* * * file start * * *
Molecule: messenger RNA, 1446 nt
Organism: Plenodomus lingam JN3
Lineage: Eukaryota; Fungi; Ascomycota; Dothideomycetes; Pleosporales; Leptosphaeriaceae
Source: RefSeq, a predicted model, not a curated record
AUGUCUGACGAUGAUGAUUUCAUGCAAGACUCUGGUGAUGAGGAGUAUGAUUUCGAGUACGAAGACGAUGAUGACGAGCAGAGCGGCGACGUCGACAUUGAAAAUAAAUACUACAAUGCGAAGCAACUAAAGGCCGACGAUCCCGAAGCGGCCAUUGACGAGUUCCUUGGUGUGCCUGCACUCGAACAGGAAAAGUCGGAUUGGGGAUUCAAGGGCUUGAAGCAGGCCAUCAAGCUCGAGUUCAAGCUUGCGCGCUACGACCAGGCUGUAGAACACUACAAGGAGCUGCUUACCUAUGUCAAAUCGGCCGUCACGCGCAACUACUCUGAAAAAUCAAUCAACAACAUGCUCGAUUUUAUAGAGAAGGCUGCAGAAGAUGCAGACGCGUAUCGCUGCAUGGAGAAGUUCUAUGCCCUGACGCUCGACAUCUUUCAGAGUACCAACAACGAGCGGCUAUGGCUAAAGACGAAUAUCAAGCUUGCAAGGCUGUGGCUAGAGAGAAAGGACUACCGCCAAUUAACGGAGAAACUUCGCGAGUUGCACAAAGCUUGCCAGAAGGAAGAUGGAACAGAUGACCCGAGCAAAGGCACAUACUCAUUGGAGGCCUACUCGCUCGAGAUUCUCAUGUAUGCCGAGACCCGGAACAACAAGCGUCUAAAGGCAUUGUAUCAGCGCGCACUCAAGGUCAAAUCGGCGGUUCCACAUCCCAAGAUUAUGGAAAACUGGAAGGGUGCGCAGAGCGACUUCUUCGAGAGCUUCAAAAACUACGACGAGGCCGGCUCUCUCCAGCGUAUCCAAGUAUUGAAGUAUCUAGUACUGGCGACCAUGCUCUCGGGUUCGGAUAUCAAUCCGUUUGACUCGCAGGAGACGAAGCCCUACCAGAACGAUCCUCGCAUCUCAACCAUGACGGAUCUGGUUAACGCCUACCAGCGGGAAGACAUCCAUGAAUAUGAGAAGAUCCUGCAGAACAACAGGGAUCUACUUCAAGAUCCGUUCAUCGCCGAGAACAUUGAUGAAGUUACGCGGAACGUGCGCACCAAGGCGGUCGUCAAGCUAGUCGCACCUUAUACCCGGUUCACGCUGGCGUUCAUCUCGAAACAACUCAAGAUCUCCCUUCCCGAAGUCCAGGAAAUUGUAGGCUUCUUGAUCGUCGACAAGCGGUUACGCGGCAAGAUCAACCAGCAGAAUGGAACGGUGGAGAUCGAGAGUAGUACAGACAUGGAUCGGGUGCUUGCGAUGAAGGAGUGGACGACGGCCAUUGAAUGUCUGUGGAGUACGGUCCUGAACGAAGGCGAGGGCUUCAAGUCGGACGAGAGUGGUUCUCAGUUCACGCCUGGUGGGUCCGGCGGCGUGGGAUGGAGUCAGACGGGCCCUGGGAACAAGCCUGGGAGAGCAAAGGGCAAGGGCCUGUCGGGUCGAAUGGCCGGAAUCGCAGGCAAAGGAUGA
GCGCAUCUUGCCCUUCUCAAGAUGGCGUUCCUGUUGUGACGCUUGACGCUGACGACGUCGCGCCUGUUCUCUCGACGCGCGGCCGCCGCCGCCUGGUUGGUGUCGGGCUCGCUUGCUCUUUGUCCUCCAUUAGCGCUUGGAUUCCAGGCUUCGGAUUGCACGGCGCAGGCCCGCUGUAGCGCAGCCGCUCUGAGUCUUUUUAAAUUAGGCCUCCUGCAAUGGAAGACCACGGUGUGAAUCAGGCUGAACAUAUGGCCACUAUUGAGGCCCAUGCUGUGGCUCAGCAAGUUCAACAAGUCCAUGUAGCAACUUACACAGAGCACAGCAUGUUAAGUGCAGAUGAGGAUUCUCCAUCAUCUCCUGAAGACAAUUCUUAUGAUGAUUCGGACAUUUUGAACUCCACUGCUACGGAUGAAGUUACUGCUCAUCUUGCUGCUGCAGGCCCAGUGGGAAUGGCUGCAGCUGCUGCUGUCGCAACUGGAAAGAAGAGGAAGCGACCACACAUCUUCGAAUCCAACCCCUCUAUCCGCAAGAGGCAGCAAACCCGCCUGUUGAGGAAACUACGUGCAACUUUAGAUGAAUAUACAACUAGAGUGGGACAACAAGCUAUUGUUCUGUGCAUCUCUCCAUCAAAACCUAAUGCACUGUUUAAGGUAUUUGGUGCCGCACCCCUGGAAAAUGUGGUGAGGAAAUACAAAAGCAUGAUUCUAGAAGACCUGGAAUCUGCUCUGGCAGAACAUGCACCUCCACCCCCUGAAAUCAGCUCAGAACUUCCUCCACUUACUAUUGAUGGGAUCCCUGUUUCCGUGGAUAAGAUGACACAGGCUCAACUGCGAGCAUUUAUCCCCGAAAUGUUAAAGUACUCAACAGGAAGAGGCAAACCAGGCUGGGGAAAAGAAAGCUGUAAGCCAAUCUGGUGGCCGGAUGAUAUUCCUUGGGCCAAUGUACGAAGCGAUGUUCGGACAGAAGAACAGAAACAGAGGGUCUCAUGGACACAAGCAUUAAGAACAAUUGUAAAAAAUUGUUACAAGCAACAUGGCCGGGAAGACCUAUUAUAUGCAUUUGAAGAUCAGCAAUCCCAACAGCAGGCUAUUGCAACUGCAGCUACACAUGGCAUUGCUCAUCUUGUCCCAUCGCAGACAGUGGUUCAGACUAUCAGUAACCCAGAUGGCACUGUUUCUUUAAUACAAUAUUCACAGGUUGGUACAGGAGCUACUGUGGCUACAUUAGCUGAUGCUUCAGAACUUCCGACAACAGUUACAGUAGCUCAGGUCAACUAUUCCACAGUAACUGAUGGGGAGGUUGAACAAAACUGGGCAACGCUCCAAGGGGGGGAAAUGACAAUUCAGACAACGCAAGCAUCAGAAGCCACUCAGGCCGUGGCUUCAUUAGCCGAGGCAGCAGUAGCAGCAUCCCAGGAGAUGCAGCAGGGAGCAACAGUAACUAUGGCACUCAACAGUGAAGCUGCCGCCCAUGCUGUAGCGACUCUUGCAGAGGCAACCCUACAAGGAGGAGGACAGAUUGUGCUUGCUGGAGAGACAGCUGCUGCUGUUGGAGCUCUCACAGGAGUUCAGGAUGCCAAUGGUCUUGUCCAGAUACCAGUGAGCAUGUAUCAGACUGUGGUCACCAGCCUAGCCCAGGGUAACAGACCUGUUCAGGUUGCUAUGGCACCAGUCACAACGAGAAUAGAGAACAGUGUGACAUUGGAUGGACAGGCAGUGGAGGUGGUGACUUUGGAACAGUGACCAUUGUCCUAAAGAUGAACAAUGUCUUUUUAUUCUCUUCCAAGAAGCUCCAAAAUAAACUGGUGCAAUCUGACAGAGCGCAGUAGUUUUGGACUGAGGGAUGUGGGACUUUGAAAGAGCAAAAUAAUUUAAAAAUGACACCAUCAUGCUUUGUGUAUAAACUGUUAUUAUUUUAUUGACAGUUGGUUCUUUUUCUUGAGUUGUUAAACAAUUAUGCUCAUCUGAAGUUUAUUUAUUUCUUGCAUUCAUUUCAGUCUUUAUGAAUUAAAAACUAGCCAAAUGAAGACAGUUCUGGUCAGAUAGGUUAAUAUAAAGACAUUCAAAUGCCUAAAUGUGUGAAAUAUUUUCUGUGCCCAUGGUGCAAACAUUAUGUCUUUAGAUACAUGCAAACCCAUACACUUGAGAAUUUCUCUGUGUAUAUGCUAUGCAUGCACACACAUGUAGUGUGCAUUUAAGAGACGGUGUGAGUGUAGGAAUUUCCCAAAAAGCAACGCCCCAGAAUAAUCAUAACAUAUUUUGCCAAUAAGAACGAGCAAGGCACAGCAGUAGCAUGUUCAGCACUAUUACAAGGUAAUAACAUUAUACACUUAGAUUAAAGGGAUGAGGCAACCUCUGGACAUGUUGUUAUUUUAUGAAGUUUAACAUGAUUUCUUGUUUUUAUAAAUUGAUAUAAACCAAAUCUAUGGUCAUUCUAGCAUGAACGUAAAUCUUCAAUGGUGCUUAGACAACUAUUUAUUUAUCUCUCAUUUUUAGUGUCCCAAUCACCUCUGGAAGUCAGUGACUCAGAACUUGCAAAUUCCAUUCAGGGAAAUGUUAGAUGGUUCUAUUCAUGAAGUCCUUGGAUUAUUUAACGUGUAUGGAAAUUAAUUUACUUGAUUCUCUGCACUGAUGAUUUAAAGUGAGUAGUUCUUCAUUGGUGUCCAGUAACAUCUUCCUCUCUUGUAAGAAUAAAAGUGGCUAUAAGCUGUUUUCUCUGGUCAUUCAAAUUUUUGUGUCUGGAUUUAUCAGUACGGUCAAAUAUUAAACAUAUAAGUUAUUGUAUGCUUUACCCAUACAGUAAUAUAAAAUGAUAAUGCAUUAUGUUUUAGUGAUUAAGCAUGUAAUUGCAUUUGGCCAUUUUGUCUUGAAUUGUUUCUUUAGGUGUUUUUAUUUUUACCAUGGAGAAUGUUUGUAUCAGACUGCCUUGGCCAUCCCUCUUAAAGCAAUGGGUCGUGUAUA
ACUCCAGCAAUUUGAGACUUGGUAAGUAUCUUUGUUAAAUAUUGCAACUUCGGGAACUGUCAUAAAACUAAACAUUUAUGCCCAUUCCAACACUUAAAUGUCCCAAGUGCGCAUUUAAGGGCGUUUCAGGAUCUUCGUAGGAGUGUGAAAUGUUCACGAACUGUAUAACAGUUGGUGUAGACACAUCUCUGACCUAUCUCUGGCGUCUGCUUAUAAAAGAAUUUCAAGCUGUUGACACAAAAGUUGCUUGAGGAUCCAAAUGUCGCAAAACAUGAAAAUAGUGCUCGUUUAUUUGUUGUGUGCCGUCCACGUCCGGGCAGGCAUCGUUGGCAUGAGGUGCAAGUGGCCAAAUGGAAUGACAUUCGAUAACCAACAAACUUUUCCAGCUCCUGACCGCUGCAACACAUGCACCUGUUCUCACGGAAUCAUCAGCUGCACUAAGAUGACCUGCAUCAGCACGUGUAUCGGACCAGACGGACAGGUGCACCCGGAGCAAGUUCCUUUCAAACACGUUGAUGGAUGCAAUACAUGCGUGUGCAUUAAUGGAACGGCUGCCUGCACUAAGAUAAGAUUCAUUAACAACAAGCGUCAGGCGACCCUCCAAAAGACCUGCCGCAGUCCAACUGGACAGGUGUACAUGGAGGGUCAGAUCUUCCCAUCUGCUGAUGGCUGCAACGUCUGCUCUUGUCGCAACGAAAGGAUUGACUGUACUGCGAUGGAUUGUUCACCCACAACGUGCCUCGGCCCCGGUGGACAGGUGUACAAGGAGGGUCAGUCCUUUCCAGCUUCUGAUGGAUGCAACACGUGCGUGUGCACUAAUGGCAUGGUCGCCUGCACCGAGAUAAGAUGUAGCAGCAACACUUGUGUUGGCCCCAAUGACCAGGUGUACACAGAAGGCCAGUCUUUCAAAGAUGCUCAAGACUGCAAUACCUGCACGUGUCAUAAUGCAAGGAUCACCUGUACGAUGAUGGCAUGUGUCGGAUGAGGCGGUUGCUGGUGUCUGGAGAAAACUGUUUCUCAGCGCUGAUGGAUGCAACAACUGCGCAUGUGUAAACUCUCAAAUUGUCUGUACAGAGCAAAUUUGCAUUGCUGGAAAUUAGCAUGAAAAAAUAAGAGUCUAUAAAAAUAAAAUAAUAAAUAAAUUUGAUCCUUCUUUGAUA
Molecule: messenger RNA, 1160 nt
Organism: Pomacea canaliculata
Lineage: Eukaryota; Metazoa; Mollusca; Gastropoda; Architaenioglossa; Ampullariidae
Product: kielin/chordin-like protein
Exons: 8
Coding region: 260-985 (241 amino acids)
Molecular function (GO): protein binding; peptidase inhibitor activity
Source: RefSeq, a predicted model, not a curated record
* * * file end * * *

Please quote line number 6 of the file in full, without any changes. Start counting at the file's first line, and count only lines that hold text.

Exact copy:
GCGCAUCUUGCCCUUCUCAAGAUGGCGUUCCUGUUGUGACGCUUGACGCUGACGACGUCGCGCCUGUUCUCUCGACGCGCGGCCGCCGCCGCCUGGUUGGUGUCGGGCUCGCUUGCUCUUUGUCCUCCAUUAGCGCUUGGAUUCCAGGCUUCGGAUUGCACGGCGCAGGCCCGCUGUAGCGCAGCCGCUCUGAGUCUUUUUAAAUUAGGCCUCCUGCAAUGGAAGACCACGGUGUGAAUCAGGCUGAACAUAUGGCCACUAUUGAGGCCCAUGCUGUGGCUCAGCAAGUUCAACAAGUCCAUGUAGCAACUUACACAGAGCACAGCAUGUUAAGUGCAGAUGAGGAUUCUCCAUCAUCUCCUGAAGACAAUUCUUAUGAUGAUUCGGACAUUUUGAACUCCACUGCUACGGAUGAAGUUACUGCUCAUCUUGCUGCUGCAGGCCCAGUGGGAAUGGCUGCAGCUGCUGCUGUCGCAACUGGAAAGAAGAGGAAGCGACCACACAUCUUCGAAUCCAACCCCUCUAUCCGCAAGAGGCAGCAAACCCGCCUGUUGAGGAAACUACGUGCAACUUUAGAUGAAUAUACAACUAGAGUGGGACAACAAGCUAUUGUUCUGUGCAUCUCUCCAUCAAAACCUAAUGCACUGUUUAAGGUAUUUGGUGCCGCACCCCUGGAAAAUGUGGUGAGGAAAUACAAAAGCAUGAUUCUAGAAGACCUGGAAUCUGCUCUGGCAGAACAUGCACCUCCACCCCCUGAAAUCAGCUCAGAACUUCCUCCACUUACUAUUGAUGGGAUCCCUGUUUCCGUGGAUAAGAUGACACAGGCUCAACUGCGAGCAUUUAUCCCCGAAAUGUUAAAGUACUCAACAGGAAGAGGCAAACCAGGCUGGGGAAAAGAAAGCUGUAAGCCAAUCUGGUGGCCGGAUGAUAUUCCUUGGGCCAAUGUACGAAGCGAUGUUCGGACAGAAGAACAGAAACAGAGGGUCUCAUGGACACAAGCAUUAAGAACAAUUGUAAAAAAUUGUUACAAGCAACAUGGCCGGGAAGACCUAUUAUAUGCAUUUGAAGAUCAGCAAUCCCAACAGCAGGCUAUUGCAACUGCAGCUACACAUGGCAUUGCUCAUCUUGUCCCAUCGCAGACAGUGGUUCAGACUAUCAGUAACCCAGAUGGCACUGUUUCUUUAAUACAAUAUUCACAGGUUGGUACAGGAGCUACUGUGGCUACAUUAGCUGAUGCUUCAGAACUUCCGACAACAGUUACAGUAGCUCAGGUCAACUAUUCCACAGUAACUGAUGGGGAGGUUGAACAAAACUGGGCAACGCUCCAAGGGGGGGAAAUGACAAUUCAGACAACGCAAGCAUCAGAAGCCACUCAGGCCGUGGCUUCAUUAGCCGAGGCAGCAGUAGCAGCAUCCCAGGAGAUGCAGCAGGGAGCAACAGUAACUAUGGCACUCAACAGUGAAGCUGCCGCCCAUGCUGUAGCGACUCUUGCAGAGGCAACCCUACAAGGAGGAGGACAGAUUGUGCUUGCUGGAGAGACAGCUGCUGCUGUUGGAGCUCUCACAGGAGUUCAGGAUGCCAAUGGUCUUGUCCAGAUACCAGUGAGCAUGUAUCAGACUGUGGUCACCAGCCUAGCCCAGGGUAACAGACCUGUUCAGGUUGCUAUGGCACCAGUCACAACGAGAAUAGAGAACAGUGUGACAUUGGAUGGACAGGCAGUGGAGGUGGUGACUUUGGAACAGUGACCAUUGUCCUAAAGAUGAACAAUGUCUUUUUAUUCUCUUCCAAGAAGCUCCAAAAUAAACUGGUGCAAUCUGACAGAGCGCAGUAGUUUUGGACUGAGGGAUGUGGGACUUUGAAAGAGCAAAAUAAUUUAAAAAUGACACCAUCAUGCUUUGUGUAUAAACUGUUAUUAUUUUAUUGACAGUUGGUUCUUUUUCUUGAGUUGUUAAACAAUUAUGCUCAUCUGAAGUUUAUUUAUUUCUUGCAUUCAUUUCAGUCUUUAUGAAUUAAAAACUAGCCAAAUGAAGACAGUUCUGGUCAGAUAGGUUAAUAUAAAGACAUUCAAAUGCCUAAAUGUGUGAAAUAUUUUCUGUGCCCAUGGUGCAAACAUUAUGUCUUUAGAUACAUGCAAACCCAUACACUUGAGAAUUUCUCUGUGUAUAUGCUAUGCAUGCACACACAUGUAGUGUGCAUUUAAGAGACGGUGUGAGUGUAGGAAUUUCCCAAAAAGCAACGCCCCAGAAUAAUCAUAACAUAUUUUGCCAAUAAGAACGAGCAAGGCACAGCAGUAGCAUGUUCAGCACUAUUACAAGGUAAUAACAUUAUACACUUAGAUUAAAGGGAUGAGGCAACCUCUGGACAUGUUGUUAUUUUAUGAAGUUUAACAUGAUUUCUUGUUUUUAUAAAUUGAUAUAAACCAAAUCUAUGGUCAUUCUAGCAUGAACGUAAAUCUUCAAUGGUGCUUAGACAACUAUUUAUUUAUCUCUCAUUUUUAGUGUCCCAAUCACCUCUGGAAGUCAGUGACUCAGAACUUGCAAAUUCCAUUCAGGGAAAUGUUAGAUGGUUCUAUUCAUGAAGUCCUUGGAUUAUUUAACGUGUAUGGAAAUUAAUUUACUUGAUUCUCUGCACUGAUGAUUUAAAGUGAGUAGUUCUUCAUUGGUGUCCAGUAACAUCUUCCUCUCUUGUAAGAAUAAAAGUGGCUAUAAGCUGUUUUCUCUGGUCAUUCAAAUUUUUGUGUCUGGAUUUAUCAGUACGGUCAAAUAUUAAACAUAUAAGUUAUUGUAUGCUUUACCCAUACAGUAAUAUAAAAUGAUAAUGCAUUAUGUUUUAGUGAUUAAGCAUGUAAUUGCAUUUGGCCAUUUUGUCUUGAAUUGUUUCUUUAGGUGUUUUUAUUUUUACCAUGGAGAAUGUUUGUAUCAGACUGCCUUGGCCAUCCCUCUUAAAGCAAUGGGUCGUGUAUA